The elusive meaning of life

What is the purpose of life? Solomon figured it out in the Old Testament book of Ecclesiastes – too late for his own good, but hopefully not for ours:

Life never stops

All streams run to the sea, but the sea is not full; to the place where the streams flow, there they continue to flow. (1:7)

If we focus our attention only on the world’s issues, we will see no redemption, no solutions, no ending point – except our own death, which we don’t want to face.

The struggles of life never end. Our friends and relatives get sick or injured. People we know die too soon. We marry and divorce, have children and raise them, work and go out on Friday nights. We give thanks and buy Christmas presents – then do it again next year.

Nothing is permanent.

Rinse, repeat. There is nothing new under the sun.

It’s a mad, mad world

I applied my mind to know wisdom AND to know madness and folly … (1:17, emphasis mine)

How can we know wisdom AND folly? Doesn’t wisdom avoid folly? What is wisdom, if it’s not to seek the best this life (and the next) has to offer? Are madness and folly worthy pursuits? Seriously?

Madness and folly are destructive. Perhaps meaningless, perhaps worse than that. If I’m mad in this sense, I’m acting without thinking. I don’t consider consequences. Anger is the same, but I think madness in this context refers to being crazy. Bad crazy.

Folly means lack of good sense, or foolishness. How can that parallel wisdom? How can one pursue both?

This is why Solomon failed at life. He wanted to have it all. But even Adam and Eve knew better than that. When they sinned, they hid from God. Solomon flaunted his madness and folly. How can that possibly be a wise thing to do?

Gone in a moment

Whatever my eyes desired I did not keep from them; I kept my heart from no pleasure, for my heart found pleasure in all my toil, and this was my reward for all my toil. Then I considered all that my hands had done and the toil I had spent in doing it, and again, all was vanity and a chasing after wind, and there was nothing to be gained under the sun. (2:10-11)

He wanted girls, he had girls. He wanted business success, he built cities. He wanted wealth, he taxed his subjects – heavily. Because he was the king, he received everything he asked for.

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Business success and wealth are not bad pursuits in themselves, but they aren’t the end – only the means to a different end.

Solomon never understood this. What’s the big-picture purpose of life? Money, sex, wealth … once the act is done, the pleasure ends.

Rinse, repeat. There is nothing new under the sun.

That’s why Solomon was never satisfied. He pursued things that can never satisfy. They give pleasure for a moment, and then it’s gone.

Priorities …

For everything there is a season …

A time to kill, and a time to heal …

A time to seek, and a time to lose …

A time to tear, and a time to sew …

A time for war, and a time for peace. (3:1, 3, 6, 7, 8)

What are we pursuing, anyway? Life is a series of contrasts. There is a time to kill, and a different time to heal. That takes wisdom, to know when to do which. Perhaps we need to kill our madness and folly. Perhaps wisdom provides healing from that.

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What are we to lose or tear? When are we to pursue war? When wisdom opposes folly, does that cause a fight? Do we have to choose one or the other? Do we tear ourselves away from madness, and sew our hearts into wisdom’s coat of many colors? I have friends who pursue peace at all costs. Is there a time to say, wait a minute, we need to stand up for what we believe in, even if we will suffer for it?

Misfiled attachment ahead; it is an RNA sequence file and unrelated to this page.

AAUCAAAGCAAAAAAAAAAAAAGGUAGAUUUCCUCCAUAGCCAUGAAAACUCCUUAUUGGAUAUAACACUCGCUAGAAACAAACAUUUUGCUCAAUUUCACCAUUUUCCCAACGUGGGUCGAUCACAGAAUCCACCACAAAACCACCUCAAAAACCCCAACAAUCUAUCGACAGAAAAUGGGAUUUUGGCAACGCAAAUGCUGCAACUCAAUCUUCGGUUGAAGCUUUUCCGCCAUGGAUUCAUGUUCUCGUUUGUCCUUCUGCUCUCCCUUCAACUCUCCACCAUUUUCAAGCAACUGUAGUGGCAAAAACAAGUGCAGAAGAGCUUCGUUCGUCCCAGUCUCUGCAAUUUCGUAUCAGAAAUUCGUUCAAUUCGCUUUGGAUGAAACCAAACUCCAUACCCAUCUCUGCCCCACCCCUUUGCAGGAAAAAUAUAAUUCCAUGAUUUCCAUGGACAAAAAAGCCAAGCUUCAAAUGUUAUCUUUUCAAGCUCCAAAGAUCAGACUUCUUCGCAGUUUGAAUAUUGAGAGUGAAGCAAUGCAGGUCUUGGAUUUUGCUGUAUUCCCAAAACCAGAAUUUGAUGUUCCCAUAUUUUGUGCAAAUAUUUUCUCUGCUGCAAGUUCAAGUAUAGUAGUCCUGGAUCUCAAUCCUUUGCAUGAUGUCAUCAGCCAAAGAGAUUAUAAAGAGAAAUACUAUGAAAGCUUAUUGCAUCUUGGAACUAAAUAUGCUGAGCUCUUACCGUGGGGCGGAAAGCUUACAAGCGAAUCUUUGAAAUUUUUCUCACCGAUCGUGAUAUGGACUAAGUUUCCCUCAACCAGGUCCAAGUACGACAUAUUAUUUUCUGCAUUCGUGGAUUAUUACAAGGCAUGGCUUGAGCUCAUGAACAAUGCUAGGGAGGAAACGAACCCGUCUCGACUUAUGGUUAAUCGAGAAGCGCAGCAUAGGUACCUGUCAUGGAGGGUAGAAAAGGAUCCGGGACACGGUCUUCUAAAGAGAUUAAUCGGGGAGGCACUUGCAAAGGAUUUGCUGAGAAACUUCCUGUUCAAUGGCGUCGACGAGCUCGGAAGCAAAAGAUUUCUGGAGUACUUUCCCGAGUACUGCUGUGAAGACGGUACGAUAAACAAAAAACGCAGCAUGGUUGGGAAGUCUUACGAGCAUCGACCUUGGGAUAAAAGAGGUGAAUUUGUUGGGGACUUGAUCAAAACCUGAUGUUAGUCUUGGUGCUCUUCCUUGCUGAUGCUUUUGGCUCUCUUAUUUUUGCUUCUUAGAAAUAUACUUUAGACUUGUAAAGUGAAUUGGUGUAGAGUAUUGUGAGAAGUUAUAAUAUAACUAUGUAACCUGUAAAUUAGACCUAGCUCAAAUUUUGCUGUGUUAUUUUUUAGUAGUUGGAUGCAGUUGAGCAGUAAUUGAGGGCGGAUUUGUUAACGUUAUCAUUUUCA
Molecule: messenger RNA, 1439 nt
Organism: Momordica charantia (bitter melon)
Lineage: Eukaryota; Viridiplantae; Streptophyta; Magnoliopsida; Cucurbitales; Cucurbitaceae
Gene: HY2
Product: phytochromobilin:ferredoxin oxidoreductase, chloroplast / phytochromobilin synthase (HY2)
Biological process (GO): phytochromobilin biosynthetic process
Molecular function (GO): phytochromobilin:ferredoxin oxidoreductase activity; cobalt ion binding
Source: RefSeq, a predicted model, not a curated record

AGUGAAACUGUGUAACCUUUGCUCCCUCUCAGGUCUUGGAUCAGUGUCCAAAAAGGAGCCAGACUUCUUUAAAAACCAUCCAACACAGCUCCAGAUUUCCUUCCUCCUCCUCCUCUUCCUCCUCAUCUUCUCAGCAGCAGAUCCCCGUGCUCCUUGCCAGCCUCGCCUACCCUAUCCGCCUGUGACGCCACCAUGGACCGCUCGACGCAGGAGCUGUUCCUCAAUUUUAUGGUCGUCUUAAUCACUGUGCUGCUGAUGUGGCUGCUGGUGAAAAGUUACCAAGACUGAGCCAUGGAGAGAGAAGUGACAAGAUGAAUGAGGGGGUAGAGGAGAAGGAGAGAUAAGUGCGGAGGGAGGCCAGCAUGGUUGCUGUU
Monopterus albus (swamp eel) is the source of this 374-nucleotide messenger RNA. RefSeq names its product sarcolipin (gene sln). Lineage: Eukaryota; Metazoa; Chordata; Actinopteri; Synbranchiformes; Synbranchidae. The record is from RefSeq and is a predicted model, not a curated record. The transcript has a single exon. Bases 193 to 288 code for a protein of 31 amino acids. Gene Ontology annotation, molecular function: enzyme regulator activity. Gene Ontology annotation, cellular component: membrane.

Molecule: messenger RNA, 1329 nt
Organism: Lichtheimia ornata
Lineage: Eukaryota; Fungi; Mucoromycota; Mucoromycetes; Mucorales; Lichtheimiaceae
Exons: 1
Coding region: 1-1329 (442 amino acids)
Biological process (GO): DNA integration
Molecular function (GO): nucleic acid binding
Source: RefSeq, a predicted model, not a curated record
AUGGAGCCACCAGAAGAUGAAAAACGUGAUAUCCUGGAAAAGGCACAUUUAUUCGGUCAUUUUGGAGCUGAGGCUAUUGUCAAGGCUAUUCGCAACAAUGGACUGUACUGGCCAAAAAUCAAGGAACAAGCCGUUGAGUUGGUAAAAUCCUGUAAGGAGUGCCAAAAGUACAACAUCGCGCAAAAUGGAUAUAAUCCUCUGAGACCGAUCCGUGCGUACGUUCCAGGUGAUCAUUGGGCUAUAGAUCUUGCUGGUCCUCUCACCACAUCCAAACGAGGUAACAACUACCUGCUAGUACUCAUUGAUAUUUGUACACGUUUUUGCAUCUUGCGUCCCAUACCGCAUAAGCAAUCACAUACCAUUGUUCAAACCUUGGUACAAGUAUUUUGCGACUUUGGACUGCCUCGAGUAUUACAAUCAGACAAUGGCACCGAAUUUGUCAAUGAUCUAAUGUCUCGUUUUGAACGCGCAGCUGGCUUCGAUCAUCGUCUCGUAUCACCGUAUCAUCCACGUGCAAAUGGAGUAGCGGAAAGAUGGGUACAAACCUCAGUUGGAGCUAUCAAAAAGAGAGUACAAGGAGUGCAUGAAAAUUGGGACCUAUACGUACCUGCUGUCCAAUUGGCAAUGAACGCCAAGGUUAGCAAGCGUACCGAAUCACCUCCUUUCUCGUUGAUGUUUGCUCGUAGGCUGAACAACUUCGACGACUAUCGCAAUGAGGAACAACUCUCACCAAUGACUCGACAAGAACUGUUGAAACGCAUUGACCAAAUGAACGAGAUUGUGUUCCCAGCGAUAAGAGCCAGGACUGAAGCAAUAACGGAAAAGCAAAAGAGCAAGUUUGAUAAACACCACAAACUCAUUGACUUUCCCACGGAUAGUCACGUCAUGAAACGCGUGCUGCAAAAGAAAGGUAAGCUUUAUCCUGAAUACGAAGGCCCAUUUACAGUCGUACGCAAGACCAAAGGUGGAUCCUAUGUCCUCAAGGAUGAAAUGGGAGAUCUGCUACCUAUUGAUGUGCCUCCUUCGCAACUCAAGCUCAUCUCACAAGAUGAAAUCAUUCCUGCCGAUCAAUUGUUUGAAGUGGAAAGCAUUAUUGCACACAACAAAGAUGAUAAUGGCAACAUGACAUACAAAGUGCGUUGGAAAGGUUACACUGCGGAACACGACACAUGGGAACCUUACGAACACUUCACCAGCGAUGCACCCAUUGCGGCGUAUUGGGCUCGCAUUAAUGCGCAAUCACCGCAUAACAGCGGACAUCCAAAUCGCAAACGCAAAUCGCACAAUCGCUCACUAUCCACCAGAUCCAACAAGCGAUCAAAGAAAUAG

Madness and folly cannot produce healing or peace. We must fight madness and folly. We must kill them.

This is wisdom, too.

God creates, we discover

… (God) has put a sense of past and future into their minds, yet they cannot find out what God has done from the beginning to the end. … then I saw all the work of God, that no one can find out what is happening under the sun. However much they may toil in seeking, they will not find it out; even though those who are wise claim to know, they cannot find it out. (3:11, 8:17)

Oh, here is madness defined. We play God. We think we can understand everything. We understand plenty and we discover new truths all the time, but that’s all we can do. We cannot create anything. We can only discover what already is.

There is nothing new under the sun.

Computers didn’t exist in Biblical times, you say, so mankind does create things. The technology is new, that is true; but the scientific principles on which the technology is based are not new. They’ve always been there. We invent the technology, but we do not create the science.

God created the science back in the day. All we can do is discover it.

I dream of …

Dreams come with many cares, and a fool’s voice with many words. With many dreams come vanities and a multitude of words; but fear God. (5:3, 7)

What do we dream of? A nice family, a house on the lake, a fulfilling job that pays all the bills, athletic, musical or acting ability that gives us fame … To what end? We can’t take any of those things, wonderful as they are, with us into the next life.

What are we willing to sacrifice for these dreams? Are the sacrifices worth it?

Intoxication

The lover of money will not be satisfied with money; nor the lover of wealth, with gain. This also is vanity. … All human toil is for the mouth, yet the appetite is not satisfied. (5:10, 6:7)

Appetites are for the moment. We are satisfied, but we get hungry again very quickly. If our bank account is heavy, the intoxication of wealth urges us to continue on. When we reach our goal, then what? We need a new goal. We need more.

We understand this. We know it’s true, yet we do it anyway. This is madness and folly.

True friends

It is better to hear the rebuke of the wise than to hear the song of fools. (7:5)

Will we accept rebuke from anyone? My ways are set: Don’t tell me what to do, how to think, how to live.

Go ahead, live Frank Sinatra-style: I Did It My Way. See how that goes. (Wise people have your best interests at heart, fools do not. Wise people see things you are blind to. Fools don’t care.)

Deception